Diabetes: Taking charge of eye disease
People who have diabetes are at risk for eye disease. The best way to prevent damage from eye disease is to get regular checkups and report any vision changes right away.
You'd think eye problems would be easy to spot.
But that's not necessarily true, especially when the problem is eye disease caused by diabetes.
In fact, the early stages of diabetic eye disease often don't cause any noticeable vision changes.
Over time, though, diabetes can severely damage the eyes and even lead to blindness. And diabetic eye disease is very common—most people with type 1 or type 2 diabetes will get it, according to the American Diabetes Association (ADA).
Focusing on prevention
Diabetic eye disease is most treatable in the early stages, precisely when symptoms tend to be most elusive. That's why it's so important for people with diabetes to keep eye health in mind even when their vision seems fine.
The National Eye Institute (NEI), the ADA, and other expert sources suggest the following steps to help reduce the risk of eye problems and to make sure you find any problems early on.
Keep blood sugar levels as close to the normal range as you can. Maintaining strict control of blood sugar levels through diet, exercise and medication can help reduce the risk of developing diabetic eye disease. And it can stop vision loss if you already have it, according to the American Academy of Ophthalmology (AAO).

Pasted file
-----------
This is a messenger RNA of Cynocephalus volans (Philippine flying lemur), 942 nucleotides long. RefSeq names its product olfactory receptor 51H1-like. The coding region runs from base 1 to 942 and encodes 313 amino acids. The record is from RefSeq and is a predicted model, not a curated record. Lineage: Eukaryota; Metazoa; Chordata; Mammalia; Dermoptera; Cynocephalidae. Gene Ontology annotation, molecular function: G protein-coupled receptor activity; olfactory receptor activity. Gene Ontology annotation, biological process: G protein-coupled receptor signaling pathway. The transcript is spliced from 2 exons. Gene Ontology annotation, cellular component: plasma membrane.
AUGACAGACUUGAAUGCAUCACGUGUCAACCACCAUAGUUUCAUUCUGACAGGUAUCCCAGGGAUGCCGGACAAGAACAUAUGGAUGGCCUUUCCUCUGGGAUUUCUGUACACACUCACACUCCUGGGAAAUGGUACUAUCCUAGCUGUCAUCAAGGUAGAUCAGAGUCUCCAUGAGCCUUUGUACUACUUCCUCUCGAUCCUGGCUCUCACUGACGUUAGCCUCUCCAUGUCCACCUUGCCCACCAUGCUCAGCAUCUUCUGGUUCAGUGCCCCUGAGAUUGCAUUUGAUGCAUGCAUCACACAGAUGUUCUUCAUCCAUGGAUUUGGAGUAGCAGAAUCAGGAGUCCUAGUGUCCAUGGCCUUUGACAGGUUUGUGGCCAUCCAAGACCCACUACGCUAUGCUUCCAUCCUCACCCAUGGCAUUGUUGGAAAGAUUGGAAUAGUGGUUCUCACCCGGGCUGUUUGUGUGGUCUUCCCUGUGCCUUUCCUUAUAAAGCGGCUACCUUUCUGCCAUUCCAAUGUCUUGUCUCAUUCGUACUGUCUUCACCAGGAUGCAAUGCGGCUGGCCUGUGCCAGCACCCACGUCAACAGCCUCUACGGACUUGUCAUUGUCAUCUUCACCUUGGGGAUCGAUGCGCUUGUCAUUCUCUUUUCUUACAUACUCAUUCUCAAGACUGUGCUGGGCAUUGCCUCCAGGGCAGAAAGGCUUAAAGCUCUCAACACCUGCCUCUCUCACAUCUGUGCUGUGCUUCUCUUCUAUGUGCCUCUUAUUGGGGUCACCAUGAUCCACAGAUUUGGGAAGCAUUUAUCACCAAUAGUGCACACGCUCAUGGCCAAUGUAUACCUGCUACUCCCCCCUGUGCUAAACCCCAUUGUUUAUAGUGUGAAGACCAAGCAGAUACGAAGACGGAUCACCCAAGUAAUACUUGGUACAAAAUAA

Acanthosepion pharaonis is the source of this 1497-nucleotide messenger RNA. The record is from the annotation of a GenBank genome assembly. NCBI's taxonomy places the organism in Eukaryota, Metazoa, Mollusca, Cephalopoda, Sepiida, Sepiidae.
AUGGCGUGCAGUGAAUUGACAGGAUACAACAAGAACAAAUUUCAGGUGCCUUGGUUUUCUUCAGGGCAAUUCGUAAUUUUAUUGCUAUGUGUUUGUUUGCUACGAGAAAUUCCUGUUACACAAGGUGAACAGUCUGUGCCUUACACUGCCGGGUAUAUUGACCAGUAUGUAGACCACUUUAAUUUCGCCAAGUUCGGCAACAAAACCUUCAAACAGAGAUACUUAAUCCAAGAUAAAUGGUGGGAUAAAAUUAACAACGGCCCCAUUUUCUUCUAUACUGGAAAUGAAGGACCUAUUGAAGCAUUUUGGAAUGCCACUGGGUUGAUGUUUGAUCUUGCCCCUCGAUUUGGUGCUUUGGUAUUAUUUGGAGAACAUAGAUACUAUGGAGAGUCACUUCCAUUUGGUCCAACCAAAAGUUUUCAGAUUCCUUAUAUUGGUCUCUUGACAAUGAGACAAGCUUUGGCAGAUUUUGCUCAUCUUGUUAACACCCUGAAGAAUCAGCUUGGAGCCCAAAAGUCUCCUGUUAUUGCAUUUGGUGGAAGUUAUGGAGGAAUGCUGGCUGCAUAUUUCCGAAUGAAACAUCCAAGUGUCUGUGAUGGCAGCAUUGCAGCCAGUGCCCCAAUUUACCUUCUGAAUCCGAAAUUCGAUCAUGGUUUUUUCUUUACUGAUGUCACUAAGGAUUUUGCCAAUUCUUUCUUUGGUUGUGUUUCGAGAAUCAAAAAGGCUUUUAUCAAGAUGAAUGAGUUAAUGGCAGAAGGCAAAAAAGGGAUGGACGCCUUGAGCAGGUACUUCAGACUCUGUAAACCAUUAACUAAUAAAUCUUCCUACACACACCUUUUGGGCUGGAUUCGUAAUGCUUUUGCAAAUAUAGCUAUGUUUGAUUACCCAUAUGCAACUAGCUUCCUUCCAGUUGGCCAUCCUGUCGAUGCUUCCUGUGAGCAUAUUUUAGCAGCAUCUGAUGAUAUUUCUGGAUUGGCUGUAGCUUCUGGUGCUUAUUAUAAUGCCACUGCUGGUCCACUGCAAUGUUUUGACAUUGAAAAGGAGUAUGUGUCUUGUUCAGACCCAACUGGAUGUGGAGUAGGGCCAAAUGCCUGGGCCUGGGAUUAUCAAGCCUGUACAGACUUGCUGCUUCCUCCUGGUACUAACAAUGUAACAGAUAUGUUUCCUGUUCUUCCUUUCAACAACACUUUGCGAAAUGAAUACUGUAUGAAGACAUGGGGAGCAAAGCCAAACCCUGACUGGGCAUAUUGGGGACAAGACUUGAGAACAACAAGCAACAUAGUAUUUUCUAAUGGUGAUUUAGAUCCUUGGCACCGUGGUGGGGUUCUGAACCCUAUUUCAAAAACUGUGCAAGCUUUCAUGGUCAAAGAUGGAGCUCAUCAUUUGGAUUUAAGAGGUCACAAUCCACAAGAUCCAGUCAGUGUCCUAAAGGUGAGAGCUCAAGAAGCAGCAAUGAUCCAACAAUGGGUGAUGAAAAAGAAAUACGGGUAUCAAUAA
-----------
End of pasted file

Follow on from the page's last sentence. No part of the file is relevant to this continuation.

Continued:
Control blood pressure and cholesterol. Managing blood pressure and cholesterol levels can help reduce the risk of vision loss and improve overall health.
See your eye doctor regularly. Even if your vision seems OK, your eyes need to be examined at least once a year, the ADA says.
One important test to have each year is the dilated eye exam. The doctor uses eyedrops to enlarge the black part of your eyes (the pupils) so that more of the inside of the eye can be checked for signs of disease.
Follow up on vision changes. Be sure to visit your eye doctor if you have any sudden vision changes.
Symptoms of diabetic eye disease can include:
- Blurry or double vision.
- Blank spots.
- Dark or floating spots.
- Pain or pressure in one or both eyes.
- Trouble seeing things out of the corners of the eyes.
Also, the AAO says, make an appointment promptly if:
- You have many new floaters.
- You have many flashes.
- Your peripheral vision is covered in a shadow.
- Part of your vision is covered by a gray curtain.
Remember, whether you have symptoms or not, early detection and timely treatment can help prevent vision loss, according to the NEI.